Nicolas Cage topped the North American box office for the second time this year on Sunday with "National Treasure: Book of Secrets," a sequel to the biggest movie of his career.
Patric Verrone, President of the Writers Guild of America West, appears live today during "Street Signs" to be interviewed by yours truly. In a strange way, I have the AMPTP to thank...
My blog about the difficulties in nailing down an interview with the head of the Writers Guild of America West, Patric Verrone, was posted in the nightly press release from the AMPTP! After that release went out, I heard from the WGA East in a New York second. Why, the WGAE asked, hadn't I requested an interview with its President, Michael Winship? He would happily accommodate me.
What you don't see on CNBC-TV are all the calls, meetings, emails, etc, initiated by reporters and producers and bookers and anchors, all trying to convince people to come on our air. I've been going 'round and 'round for a week to get the head of the Writers Guild of America West, Patric Verrone, to come on our air for a live interview.
Out in La-La Land, when the going gets tough, the tough quit dry cleaning. I've created the CNBC Dry Cleaner Economic Index. After all, what's the first thing you stop spending money on when you need to cut back on expenses? And in Southern California, a lot of people are having to cut back.
Hollywood is a funny business. But no one's laughing right now. Nominees for the Golden Globes have been announced, but the Hollywood Foreign Press Association--the group behind the Globes--has yet to get a waiver from the Writers Guild of America to let writers write the awards broadcast January 13th.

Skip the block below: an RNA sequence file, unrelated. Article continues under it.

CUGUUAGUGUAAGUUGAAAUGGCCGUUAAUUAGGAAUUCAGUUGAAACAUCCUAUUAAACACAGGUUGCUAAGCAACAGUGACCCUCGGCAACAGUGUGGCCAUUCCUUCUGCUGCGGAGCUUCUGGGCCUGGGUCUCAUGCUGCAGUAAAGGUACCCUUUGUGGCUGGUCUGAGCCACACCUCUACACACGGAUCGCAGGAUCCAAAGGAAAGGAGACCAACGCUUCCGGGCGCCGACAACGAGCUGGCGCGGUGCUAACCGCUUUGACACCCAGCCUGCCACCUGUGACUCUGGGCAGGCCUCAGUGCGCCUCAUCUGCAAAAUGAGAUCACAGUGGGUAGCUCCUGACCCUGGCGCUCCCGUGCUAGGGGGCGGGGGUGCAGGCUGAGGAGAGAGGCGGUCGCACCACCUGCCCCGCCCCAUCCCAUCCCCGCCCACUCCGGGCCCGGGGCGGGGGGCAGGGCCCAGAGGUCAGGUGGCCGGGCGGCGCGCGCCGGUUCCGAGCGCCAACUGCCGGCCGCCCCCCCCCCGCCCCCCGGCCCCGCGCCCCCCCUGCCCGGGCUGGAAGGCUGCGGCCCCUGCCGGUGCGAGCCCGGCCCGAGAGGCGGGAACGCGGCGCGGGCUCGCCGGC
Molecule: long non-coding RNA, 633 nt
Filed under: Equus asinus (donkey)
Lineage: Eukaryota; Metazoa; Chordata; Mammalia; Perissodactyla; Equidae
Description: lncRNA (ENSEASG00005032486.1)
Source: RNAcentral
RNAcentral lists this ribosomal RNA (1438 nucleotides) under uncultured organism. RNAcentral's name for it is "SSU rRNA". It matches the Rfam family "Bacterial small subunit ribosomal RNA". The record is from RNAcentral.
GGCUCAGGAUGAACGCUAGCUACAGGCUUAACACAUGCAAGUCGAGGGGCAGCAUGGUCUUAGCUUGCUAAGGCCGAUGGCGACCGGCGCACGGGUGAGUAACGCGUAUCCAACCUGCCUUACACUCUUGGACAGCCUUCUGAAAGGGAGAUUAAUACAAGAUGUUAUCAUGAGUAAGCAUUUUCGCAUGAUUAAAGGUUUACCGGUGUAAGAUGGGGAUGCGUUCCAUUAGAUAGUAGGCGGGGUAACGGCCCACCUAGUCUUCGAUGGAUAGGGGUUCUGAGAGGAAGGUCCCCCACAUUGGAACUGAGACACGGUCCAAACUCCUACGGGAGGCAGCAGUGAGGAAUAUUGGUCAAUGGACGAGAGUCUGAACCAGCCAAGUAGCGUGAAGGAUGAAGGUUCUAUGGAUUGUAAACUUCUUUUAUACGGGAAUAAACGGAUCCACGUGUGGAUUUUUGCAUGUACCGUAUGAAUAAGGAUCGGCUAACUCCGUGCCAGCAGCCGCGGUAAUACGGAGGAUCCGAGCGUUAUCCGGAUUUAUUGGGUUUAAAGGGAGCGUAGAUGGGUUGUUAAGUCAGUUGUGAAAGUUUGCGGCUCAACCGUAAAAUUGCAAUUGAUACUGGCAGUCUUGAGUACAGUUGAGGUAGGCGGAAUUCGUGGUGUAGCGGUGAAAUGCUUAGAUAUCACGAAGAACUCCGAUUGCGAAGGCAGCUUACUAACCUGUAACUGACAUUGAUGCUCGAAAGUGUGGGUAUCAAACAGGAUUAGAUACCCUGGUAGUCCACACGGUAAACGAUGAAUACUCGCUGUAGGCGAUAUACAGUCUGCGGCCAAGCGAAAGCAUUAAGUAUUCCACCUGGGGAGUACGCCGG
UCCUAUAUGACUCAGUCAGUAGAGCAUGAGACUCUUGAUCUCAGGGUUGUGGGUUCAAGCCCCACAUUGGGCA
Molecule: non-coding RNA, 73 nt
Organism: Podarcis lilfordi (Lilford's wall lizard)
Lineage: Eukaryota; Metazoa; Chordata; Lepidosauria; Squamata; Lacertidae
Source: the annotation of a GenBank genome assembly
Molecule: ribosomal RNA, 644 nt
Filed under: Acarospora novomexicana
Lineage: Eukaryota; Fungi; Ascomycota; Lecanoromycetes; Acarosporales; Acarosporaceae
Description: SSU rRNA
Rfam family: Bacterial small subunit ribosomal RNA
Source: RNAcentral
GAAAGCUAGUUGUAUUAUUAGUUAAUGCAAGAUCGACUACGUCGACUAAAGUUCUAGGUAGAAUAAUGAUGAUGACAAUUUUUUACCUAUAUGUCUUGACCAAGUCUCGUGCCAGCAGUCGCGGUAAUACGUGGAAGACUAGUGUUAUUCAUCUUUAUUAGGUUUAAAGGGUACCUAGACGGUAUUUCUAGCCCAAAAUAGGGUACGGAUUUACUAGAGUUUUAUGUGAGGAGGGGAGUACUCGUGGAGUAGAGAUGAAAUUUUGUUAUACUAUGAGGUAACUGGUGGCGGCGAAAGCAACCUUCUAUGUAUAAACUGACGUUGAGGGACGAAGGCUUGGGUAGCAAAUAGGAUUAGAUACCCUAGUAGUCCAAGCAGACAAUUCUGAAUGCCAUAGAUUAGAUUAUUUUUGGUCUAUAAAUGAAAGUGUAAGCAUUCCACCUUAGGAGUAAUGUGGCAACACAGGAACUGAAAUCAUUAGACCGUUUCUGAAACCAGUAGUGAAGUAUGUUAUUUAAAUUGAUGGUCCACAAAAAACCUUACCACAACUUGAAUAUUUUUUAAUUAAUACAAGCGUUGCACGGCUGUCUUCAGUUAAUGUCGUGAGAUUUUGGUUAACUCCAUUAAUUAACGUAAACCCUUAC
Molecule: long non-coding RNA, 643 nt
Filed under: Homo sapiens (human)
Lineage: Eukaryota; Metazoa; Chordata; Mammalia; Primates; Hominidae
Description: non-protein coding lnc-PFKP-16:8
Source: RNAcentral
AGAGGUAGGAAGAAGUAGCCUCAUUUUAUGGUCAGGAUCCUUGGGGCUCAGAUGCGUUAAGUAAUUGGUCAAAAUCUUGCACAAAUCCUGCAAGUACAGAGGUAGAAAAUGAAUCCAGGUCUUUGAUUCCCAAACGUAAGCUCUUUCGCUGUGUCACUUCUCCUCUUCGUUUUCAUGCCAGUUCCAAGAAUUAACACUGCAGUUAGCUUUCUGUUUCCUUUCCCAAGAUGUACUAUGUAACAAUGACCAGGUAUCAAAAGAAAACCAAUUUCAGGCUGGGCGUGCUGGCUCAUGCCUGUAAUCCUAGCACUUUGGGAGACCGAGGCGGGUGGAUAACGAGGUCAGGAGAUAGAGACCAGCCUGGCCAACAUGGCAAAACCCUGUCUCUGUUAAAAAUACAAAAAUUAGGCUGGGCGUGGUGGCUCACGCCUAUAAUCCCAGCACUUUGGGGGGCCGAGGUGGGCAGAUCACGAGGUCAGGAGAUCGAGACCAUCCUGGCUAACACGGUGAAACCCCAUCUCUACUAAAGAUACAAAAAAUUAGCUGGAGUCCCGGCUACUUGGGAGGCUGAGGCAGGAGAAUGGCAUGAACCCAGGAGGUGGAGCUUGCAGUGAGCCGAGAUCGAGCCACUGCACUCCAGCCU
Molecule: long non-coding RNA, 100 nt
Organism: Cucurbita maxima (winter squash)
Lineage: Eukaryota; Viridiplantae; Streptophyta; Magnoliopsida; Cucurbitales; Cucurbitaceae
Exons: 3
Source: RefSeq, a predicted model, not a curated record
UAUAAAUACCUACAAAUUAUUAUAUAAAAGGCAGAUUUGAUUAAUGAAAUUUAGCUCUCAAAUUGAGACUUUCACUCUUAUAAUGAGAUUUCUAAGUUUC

It's that time of the year again, and no, I'm not talking about the holidays. It's Awards Season, and despite the hangover of the Writers Guild strike, which continues to drag on, there's still plenty of fanfare about the the Golden Globes Nominations which were announced today, which as far as I'm concerned, marks the very beginning of the run-up to the Oscars.
Voice over talent Jim Birdsall, makes his CNBC television debut on "Squawk Box" and discusses his other gigs with Wal-Mart and the NFL.
Gamblers don’t always bet money or bet at casinos. Here are strange items they bet with, and odd dares they bet on.
Multi-platinum recording artist Chris Daughtry, discusses joining McDonald's as a judge and mentor for its "Voice of McDonald's" global singing competition for employees.
NEW YORK— The future of Aereo, an online service that provides over-the-air TV channels, hinges on a battle with broadcasters that goes before the U.S. Supreme Court next week. For as little as $8 a month, Aereo subscribers in New York and 10 other markets can watch shows live or record them using Aereo's online digital video recorder.
Former NBC Chairman Bob Wright discusses the market's adaption to new technology, and explains why the symbol for CNBC did not have the peacock at first.
Former NBC Chairman Bob Wright talks about the creation of the network and the merger with FNN.